Due to an anomalous quirk in competition rules, Arsenal also wore their beautifully eye catching yellow away kit for the quarter-final home tie with Torino. The hue of those bright yellow shirts under Highbury’s beaming lights made for an intoxicating television filter. This was also the first season of names and squad numbers on shirts, furthering the sense of exoticism. Arsenal’s away tie with Torino kicked off at 5.30pm on a Wednesday evening. At that time, I spent weekday afternoons at my Godmother’s house until my mother returned from work. She used to collect me every evening at about 6.30pm.
On this particular evening, that timeslot presented me with a problem. Though it was only a ten minute drive home, I knew the journey time would cause me to miss the beginning of the second half. I literally could not bear to be separated from the game for even that small portion of time. I had a fairly primitive television adapter for my Game Gear (the clunkier, slightly less glamorous precursor to the Gameboy). I rarely used it, its ineffectiveness rendering it a redundant piece of technology.
But on this occasion, I was willing to persevere. I cradled this awkward piece of kit in the back seat of the car, frantically waving it hither and thither in order to maintain some semblance of reception. I played fast and loose with traffic etiquette, the long adapter aerial pointing out of the car window, inviting precious electromagnetic waves to infuse the archaic device with life. Like an orchid swaying gently in the wind, begging to be pollinated by an errant insect.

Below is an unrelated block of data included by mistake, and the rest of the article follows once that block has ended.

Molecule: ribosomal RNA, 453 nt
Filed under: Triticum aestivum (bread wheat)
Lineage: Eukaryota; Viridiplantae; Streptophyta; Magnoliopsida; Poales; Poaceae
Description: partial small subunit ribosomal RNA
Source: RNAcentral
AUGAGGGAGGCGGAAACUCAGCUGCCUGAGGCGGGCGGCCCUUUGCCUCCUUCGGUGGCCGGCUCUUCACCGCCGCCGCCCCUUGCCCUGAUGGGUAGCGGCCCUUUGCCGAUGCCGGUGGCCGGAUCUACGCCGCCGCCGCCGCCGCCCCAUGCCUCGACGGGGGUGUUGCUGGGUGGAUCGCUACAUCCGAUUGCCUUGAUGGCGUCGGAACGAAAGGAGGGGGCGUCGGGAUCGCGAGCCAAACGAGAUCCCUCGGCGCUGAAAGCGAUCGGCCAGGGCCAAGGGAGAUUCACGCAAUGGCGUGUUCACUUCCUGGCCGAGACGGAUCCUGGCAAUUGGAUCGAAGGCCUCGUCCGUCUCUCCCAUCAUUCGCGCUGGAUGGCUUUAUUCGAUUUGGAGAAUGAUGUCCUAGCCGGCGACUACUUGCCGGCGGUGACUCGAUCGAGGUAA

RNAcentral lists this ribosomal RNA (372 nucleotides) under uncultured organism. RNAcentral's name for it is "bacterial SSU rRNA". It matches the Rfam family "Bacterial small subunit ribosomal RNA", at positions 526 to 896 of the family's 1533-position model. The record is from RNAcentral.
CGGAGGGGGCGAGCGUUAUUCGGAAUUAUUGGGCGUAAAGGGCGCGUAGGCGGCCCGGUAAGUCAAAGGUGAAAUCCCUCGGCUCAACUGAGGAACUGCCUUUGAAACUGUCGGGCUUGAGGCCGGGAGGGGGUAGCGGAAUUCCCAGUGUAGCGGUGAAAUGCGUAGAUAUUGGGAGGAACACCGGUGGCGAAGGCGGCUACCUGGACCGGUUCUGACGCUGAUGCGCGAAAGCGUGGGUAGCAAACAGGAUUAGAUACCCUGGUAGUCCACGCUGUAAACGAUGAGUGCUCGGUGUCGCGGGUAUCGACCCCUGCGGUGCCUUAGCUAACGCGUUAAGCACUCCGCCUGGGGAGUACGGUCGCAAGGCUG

Parma defeated Ajax in the quarter-finals, while PSG swatted Benfica and Real Madrid aside. In the age of the Gazprom Mastercard Champions League, it is easy to forget just how formidable the opposition was in this particular tournament. The 1994 World Cup was edging ever closer and the Cup Winners Cup served as a kind of induction to the world game for this primary school age Arsenal fan. These ties proved to be invaluable seminars, slowly building my knowledge for that summer’s soiree in the US of A.
When the semi-final against PSG arrived, my mother finally relented in the face of my bellyaching, as I once again begged her to let me attend the match. It was my first ever game under the lights at Highbury. I ought to have been intoxicated by this new experience, of watching Arsenal in a semi-final under the glare of the Highbury floodlights. But in truth, much of it totally passed me by.
Famously, the ‘1-0 to the Arsenal’ chant had been born in the away leg against PSG, as the Pet Shop Boys’ cover of ‘Go West’ was blasted over the public address system at half time in the Parc des Princes. The 1994 Cup Winners Cup saw the very peak of Graham’s metronomic back five (David Seaman was as much a part of that unit as anybody else), as some of the globe’s foremost attacking talent toiled in front of this red and white clad Maginot Line. ‘1-0 to the Arsenal’ was a haughty song of tuneful defiance.